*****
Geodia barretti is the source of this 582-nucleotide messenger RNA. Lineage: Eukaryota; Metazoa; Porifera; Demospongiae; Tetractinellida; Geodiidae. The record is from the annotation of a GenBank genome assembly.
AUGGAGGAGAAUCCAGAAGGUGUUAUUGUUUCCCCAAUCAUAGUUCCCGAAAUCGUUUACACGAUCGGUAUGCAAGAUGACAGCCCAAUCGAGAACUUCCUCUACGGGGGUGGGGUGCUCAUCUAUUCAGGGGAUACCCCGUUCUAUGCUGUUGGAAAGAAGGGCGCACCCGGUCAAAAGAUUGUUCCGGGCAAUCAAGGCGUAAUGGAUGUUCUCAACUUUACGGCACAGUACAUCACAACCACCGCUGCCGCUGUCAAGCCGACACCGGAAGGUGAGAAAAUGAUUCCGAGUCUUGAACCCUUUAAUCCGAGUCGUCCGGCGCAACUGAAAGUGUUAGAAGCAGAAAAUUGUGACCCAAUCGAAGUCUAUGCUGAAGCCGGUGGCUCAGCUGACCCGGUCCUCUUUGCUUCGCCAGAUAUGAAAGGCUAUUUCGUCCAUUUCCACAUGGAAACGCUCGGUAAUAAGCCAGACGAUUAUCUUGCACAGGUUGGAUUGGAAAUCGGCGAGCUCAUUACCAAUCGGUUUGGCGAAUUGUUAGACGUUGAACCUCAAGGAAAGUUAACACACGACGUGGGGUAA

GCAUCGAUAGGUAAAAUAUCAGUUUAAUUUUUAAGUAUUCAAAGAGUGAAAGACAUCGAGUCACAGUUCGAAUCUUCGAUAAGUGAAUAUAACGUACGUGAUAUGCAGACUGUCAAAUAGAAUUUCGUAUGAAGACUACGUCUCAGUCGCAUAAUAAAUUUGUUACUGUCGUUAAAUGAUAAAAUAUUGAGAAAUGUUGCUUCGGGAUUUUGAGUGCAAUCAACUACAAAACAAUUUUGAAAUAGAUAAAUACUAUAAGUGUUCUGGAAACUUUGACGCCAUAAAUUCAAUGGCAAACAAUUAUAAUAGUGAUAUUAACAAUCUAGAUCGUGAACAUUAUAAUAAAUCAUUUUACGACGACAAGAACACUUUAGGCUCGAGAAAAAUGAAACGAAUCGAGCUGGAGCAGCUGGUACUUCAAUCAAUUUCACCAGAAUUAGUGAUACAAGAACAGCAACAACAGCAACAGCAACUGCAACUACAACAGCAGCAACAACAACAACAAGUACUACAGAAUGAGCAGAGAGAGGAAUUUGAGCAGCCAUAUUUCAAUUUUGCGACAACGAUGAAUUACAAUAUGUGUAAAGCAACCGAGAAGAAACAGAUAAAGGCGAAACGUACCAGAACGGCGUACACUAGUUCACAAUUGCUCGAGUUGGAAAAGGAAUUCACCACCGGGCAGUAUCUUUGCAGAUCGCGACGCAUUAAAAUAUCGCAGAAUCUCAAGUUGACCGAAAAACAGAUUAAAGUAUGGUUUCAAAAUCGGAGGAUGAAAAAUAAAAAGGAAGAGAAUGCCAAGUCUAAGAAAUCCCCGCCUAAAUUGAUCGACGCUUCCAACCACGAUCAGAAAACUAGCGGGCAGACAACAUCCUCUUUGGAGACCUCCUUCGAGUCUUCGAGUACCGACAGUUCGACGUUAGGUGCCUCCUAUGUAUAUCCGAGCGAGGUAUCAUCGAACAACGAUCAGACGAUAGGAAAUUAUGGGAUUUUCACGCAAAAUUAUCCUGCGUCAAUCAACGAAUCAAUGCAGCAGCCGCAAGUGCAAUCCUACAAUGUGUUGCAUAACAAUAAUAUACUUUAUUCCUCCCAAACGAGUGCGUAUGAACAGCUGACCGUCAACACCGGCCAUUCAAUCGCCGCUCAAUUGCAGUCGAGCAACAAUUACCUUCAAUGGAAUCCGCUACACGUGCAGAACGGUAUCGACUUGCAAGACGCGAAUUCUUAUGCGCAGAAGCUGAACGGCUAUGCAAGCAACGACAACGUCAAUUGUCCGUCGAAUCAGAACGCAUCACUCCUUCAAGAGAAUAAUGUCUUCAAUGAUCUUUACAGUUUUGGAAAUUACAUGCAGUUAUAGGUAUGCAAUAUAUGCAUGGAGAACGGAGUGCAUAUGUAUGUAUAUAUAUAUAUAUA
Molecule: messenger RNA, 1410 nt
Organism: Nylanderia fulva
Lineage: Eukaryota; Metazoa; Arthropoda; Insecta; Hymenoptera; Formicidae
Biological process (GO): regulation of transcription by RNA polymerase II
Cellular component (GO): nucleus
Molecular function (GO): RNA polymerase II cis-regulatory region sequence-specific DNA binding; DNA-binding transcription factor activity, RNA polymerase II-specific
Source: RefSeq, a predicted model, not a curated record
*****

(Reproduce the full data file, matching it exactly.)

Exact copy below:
Geodia barretti is the source of this 582-nucleotide messenger RNA. Lineage: Eukaryota; Metazoa; Porifera; Demospongiae; Tetractinellida; Geodiidae. The record is from the annotation of a GenBank genome assembly.
AUGGAGGAGAAUCCAGAAGGUGUUAUUGUUUCCCCAAUCAUAGUUCCCGAAAUCGUUUACACGAUCGGUAUGCAAGAUGACAGCCCAAUCGAGAACUUCCUCUACGGGGGUGGGGUGCUCAUCUAUUCAGGGGAUACCCCGUUCUAUGCUGUUGGAAAGAAGGGCGCACCCGGUCAAAAGAUUGUUCCGGGCAAUCAAGGCGUAAUGGAUGUUCUCAACUUUACGGCACAGUACAUCACAACCACCGCUGCCGCUGUCAAGCCGACACCGGAAGGUGAGAAAAUGAUUCCGAGUCUUGAACCCUUUAAUCCGAGUCGUCCGGCGCAACUGAAAGUGUUAGAAGCAGAAAAUUGUGACCCAAUCGAAGUCUAUGCUGAAGCCGGUGGCUCAGCUGACCCGGUCCUCUUUGCUUCGCCAGAUAUGAAAGGCUAUUUCGUCCAUUUCCACAUGGAAACGCUCGGUAAUAAGCCAGACGAUUAUCUUGCACAGGUUGGAUUGGAAAUCGGCGAGCUCAUUACCAAUCGGUUUGGCGAAUUGUUAGACGUUGAACCUCAAGGAAAGUUAACACACGACGUGGGGUAA

GCAUCGAUAGGUAAAAUAUCAGUUUAAUUUUUAAGUAUUCAAAGAGUGAAAGACAUCGAGUCACAGUUCGAAUCUUCGAUAAGUGAAUAUAACGUACGUGAUAUGCAGACUGUCAAAUAGAAUUUCGUAUGAAGACUACGUCUCAGUCGCAUAAUAAAUUUGUUACUGUCGUUAAAUGAUAAAAUAUUGAGAAAUGUUGCUUCGGGAUUUUGAGUGCAAUCAACUACAAAACAAUUUUGAAAUAGAUAAAUACUAUAAGUGUUCUGGAAACUUUGACGCCAUAAAUUCAAUGGCAAACAAUUAUAAUAGUGAUAUUAACAAUCUAGAUCGUGAACAUUAUAAUAAAUCAUUUUACGACGACAAGAACACUUUAGGCUCGAGAAAAAUGAAACGAAUCGAGCUGGAGCAGCUGGUACUUCAAUCAAUUUCACCAGAAUUAGUGAUACAAGAACAGCAACAACAGCAACAGCAACUGCAACUACAACAGCAGCAACAACAACAACAAGUACUACAGAAUGAGCAGAGAGAGGAAUUUGAGCAGCCAUAUUUCAAUUUUGCGACAACGAUGAAUUACAAUAUGUGUAAAGCAACCGAGAAGAAACAGAUAAAGGCGAAACGUACCAGAACGGCGUACACUAGUUCACAAUUGCUCGAGUUGGAAAAGGAAUUCACCACCGGGCAGUAUCUUUGCAGAUCGCGACGCAUUAAAAUAUCGCAGAAUCUCAAGUUGACCGAAAAACAGAUUAAAGUAUGGUUUCAAAAUCGGAGGAUGAAAAAUAAAAAGGAAGAGAAUGCCAAGUCUAAGAAAUCCCCGCCUAAAUUGAUCGACGCUUCCAACCACGAUCAGAAAACUAGCGGGCAGACAACAUCCUCUUUGGAGACCUCCUUCGAGUCUUCGAGUACCGACAGUUCGACGUUAGGUGCCUCCUAUGUAUAUCCGAGCGAGGUAUCAUCGAACAACGAUCAGACGAUAGGAAAUUAUGGGAUUUUCACGCAAAAUUAUCCUGCGUCAAUCAACGAAUCAAUGCAGCAGCCGCAAGUGCAAUCCUACAAUGUGUUGCAUAACAAUAAUAUACUUUAUUCCUCCCAAACGAGUGCGUAUGAACAGCUGACCGUCAACACCGGCCAUUCAAUCGCCGCUCAAUUGCAGUCGAGCAACAAUUACCUUCAAUGGAAUCCGCUACACGUGCAGAACGGUAUCGACUUGCAAGACGCGAAUUCUUAUGCGCAGAAGCUGAACGGCUAUGCAAGCAACGACAACGUCAAUUGUCCGUCGAAUCAGAACGCAUCACUCCUUCAAGAGAAUAAUGUCUUCAAUGAUCUUUACAGUUUUGGAAAUUACAUGCAGUUAUAGGUAUGCAAUAUAUGCAUGGAGAACGGAGUGCAUAUGUAUGUAUAUAUAUAUAUAUA
Molecule: messenger RNA, 1410 nt
Organism: Nylanderia fulva
Lineage: Eukaryota; Metazoa; Arthropoda; Insecta; Hymenoptera; Formicidae
Biological process (GO): regulation of transcription by RNA polymerase II
Cellular component (GO): nucleus
Molecular function (GO): RNA polymerase II cis-regulatory region sequence-specific DNA binding; DNA-binding transcription factor activity, RNA polymerase II-specific
Source: RefSeq, a predicted model, not a curated record